Illinois farmers will get a much-needed lift from two international trade agreements approved by the federal government this week, but experts are uncertain if their situations will improve in the long term.
After exchanging hundreds of billions of dollars of tariffs for more than a year, the U.S. and Chinese governments agreed to the first part of trade deal on Wednesday.
On Thursday, Congress passed the United States-Mexico-Canada Agreement, better known as USMCA, sending it to President Donald Trump to sign.
The average Illinoisan will likely not be much affected by the deals, experts say. Instead, the largest beneficiaries will be corn and soybean farmers who have been caught in President Trump’s trade conflicts with China and Mexico since 2018.
A cautious step forward
Illinois farmers have been especially hurt by China’s retaliatory tariffs in the ongoing U.S.-China trade war, forcing the federal government to issue $28 billion in aid nationwide.
Wednesday’s trade agreement with China, however, is more of a ceasefire than a peace agreement, said Jonathan Coppess, director of the Gardner Agriculture Policy Program at the University of Illinois at Urbana-Champaign.
“Really what it does is kind of stop the damage that was initiated with this tariff conflict that that the president started,” he said.
The deal should play out in two phases. Phase One, which began Wednesday, requires China to purchase $200 billion in U.S. goods over the next two years, including $32 billion of agricultural products.
Chief among them are soybeans and pork, in which Illinois ranks first and fourth, respectively, in U.S. production.
American soybean exports to China dropped 75 percent between 2017 and 2018, as China bought soybeans from other countries while exchanging tariffs with the U.S.
President Trump, however, said he will not lift America’s $360 billion of tariffs on Chinese goods until Phase Two is negotiated and implemented.
“We see this as a sign of brighter days to come,” Illinois Soybean Growers President Doug Schroeder said in a statement. However, he added, “A long-awaited win for the soybean industry will come when the soybean tariffs are fully rescinded.”
Unfortunately, that could be awhile, said Todd Hubbs, a professor of agriculture economics at UIUC.
“It doesn’t sound like Phase Two is going to get done anytime soon,” Hubbs said, because U.S. leadership could change after November’s presidential election.
“I don’t think there’s any desire on either side right now to ruin the deal, … (but) I don’t see it happening before the election,” he said.
Carson Varner, a professor of international business at Illinois State University who also owns soybean land, says farmers like him are willing to suffer in only the short term.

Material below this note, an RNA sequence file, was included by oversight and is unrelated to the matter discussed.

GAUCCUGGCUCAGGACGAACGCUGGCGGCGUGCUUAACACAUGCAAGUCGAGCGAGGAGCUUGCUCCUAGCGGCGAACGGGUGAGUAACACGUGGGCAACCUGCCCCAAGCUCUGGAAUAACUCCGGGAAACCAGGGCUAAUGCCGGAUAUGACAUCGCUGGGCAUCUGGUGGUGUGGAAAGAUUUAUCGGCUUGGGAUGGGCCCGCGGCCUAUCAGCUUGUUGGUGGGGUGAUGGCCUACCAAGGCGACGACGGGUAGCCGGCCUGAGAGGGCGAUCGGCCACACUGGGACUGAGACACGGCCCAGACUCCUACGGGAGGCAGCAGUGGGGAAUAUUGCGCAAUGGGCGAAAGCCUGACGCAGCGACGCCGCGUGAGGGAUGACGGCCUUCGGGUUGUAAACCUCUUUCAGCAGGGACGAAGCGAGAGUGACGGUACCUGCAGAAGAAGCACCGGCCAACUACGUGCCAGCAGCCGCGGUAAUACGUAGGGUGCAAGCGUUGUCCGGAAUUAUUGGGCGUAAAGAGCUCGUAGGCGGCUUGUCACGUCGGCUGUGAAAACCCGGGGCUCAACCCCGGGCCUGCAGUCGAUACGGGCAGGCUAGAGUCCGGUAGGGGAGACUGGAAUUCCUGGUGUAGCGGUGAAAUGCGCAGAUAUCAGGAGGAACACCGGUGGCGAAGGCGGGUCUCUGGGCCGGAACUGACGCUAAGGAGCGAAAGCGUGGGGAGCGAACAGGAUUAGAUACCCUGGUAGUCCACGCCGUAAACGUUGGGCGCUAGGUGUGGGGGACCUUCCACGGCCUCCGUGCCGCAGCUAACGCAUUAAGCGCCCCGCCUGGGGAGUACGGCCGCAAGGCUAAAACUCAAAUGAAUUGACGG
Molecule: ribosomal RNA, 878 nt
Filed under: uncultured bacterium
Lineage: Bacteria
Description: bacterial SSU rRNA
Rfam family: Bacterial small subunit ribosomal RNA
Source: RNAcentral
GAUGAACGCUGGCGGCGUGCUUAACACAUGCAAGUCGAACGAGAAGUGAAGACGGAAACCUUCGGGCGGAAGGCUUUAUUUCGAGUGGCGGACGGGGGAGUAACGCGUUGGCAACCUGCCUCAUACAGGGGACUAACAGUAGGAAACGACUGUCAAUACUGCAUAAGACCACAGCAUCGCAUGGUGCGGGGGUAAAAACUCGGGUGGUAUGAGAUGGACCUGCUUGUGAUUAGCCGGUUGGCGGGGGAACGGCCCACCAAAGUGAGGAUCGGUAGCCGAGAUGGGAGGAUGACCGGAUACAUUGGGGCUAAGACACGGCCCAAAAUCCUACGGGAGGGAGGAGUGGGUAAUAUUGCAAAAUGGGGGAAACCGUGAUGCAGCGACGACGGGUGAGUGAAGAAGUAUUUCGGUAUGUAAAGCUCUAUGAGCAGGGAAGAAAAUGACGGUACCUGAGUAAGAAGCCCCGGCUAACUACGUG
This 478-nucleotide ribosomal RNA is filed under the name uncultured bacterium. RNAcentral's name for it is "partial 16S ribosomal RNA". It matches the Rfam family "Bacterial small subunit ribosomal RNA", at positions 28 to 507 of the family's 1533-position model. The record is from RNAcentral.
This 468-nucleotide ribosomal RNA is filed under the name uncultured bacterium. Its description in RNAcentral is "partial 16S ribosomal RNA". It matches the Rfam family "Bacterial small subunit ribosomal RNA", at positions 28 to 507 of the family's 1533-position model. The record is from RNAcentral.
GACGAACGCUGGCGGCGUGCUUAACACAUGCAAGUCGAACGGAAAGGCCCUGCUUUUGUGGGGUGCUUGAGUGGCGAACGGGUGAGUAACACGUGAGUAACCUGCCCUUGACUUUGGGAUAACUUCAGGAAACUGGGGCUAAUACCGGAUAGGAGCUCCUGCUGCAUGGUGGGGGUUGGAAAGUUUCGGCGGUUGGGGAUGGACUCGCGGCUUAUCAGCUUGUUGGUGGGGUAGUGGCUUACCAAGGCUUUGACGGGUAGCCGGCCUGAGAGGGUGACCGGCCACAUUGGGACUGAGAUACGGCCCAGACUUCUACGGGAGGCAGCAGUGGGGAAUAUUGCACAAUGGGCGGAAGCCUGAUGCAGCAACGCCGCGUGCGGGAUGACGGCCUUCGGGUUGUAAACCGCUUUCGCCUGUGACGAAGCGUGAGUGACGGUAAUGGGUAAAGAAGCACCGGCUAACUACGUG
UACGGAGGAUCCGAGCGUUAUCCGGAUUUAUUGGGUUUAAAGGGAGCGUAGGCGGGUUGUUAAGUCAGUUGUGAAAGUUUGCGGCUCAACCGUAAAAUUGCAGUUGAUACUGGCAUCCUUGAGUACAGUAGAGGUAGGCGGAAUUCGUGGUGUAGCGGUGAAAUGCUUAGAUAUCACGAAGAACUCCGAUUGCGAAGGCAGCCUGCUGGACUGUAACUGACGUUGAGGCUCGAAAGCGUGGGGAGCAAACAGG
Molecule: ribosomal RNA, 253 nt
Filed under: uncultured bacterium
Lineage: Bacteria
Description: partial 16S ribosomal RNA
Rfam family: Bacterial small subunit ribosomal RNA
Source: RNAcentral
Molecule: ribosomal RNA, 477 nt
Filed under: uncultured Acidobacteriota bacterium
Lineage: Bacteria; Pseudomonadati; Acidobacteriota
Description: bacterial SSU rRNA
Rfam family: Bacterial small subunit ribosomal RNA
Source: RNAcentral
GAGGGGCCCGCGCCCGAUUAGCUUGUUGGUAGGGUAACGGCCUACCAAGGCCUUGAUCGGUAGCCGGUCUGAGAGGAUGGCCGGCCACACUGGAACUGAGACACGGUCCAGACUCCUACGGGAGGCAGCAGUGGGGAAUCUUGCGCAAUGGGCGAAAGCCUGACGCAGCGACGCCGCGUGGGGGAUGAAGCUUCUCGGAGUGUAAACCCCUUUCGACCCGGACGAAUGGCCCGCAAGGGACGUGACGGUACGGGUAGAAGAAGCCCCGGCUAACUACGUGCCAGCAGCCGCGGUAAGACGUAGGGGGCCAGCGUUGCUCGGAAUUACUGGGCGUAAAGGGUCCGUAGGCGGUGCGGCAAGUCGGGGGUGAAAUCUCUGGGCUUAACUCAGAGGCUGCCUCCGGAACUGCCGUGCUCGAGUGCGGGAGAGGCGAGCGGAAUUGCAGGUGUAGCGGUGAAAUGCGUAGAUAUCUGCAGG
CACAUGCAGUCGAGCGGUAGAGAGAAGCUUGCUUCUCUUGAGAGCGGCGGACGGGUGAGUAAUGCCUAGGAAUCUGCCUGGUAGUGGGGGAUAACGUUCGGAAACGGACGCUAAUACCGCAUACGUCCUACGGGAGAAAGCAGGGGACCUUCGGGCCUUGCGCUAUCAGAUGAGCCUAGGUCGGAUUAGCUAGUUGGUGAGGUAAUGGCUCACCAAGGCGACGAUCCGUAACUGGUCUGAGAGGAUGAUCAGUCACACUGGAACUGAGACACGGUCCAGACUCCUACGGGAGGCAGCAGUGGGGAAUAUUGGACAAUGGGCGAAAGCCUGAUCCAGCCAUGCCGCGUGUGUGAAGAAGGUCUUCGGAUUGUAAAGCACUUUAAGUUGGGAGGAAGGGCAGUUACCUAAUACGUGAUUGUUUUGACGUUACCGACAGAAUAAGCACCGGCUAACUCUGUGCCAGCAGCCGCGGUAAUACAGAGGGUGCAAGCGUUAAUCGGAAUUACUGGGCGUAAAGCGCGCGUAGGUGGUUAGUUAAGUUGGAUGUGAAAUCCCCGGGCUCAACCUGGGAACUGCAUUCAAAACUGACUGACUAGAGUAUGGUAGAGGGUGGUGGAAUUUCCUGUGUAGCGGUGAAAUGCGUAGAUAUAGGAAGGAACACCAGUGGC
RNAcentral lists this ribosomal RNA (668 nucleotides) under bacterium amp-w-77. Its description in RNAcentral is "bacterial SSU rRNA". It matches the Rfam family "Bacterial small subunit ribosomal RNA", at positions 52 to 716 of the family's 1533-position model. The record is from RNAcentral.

“We’d much rather make our money selling soybeans” than receiving tariff aid, he said.
Varner is hopeful, though, that China and the U.S. can strike a deal. He predicts Phase Two will also allow Illinois to export more pork and agriculture equipment.
“(Trump) knows how to negotiate,” Varner said. “I think he told the Chinese he’s willing to walk away from a bad deal, and so I am optimistic that this thing is going to move forward.”
USMCA helps corn farmers, hurts car buyers
Despite President Trump calling the USMCA “one of the biggest trade bills ever made,” not much has actually changed from its beginnings as the Clinton-era North American Free Trade Agreement (NAFTA), Coppess said.
“We’re not talking about major reform of the trade agreement,” Coppess said. “If anything, the president has his trade agreement, so we can be assured at least for his time in office that maybe he won’t threaten these trading partners again.”
The agreement mostly reinforces trade the U.S. already does with Canada and Mexico, especially corn, of which Mexico is America’s top buyer and Illinois is America’s second-most producer.
“Every step toward USMCA passage is cause for celebration,” Illinois Corn Growers Association President Bill Leigh said in a statement.
The USMCA also increases U.S. dairy exports to Canada, but that will impact more dairy-heavy states like Wisconsin.
Both U.S. senators from Illinois, Democrats Dick Durbin and Tammy Duckworth, voted for the bill.
In statements, Durbin applauded its “bipartisan” support, while Duckworth said it “works for farmers and manufacturers and features enforceable labor standards to support American workers.”
Duckworth added, however, the deal “is not perfect” because it does not tackle climate change. But Varner argues enforcing U.S. environmental standards on Mexico is demanding too much.
“Don’t let the perfect be the enemy of the good,” he said.
One negative for regular Illinoisans is that the USMCA could increase the prices of new cars, because it ups the percentage of North American auto parts that vehicles must have to avoid tariffs.
Because companies often pass on increased production costs and losses from tariffs to consumers, the average American could see car prices increase between $470 and $2,200, according to the Center for Automotive Research.
Varner argues, however, the USMCA’s requirements regarding auto parts and higher wage standards are designed to spur investment in the U.S. and increase domestic manufacturing.
“I think it would cost a lot more if we abandon these deals,” he said.
President Trump is expected to sign the USMCA next week. Mexico approved it last year, while Canada is expected to approve it later this year to officially make it binding.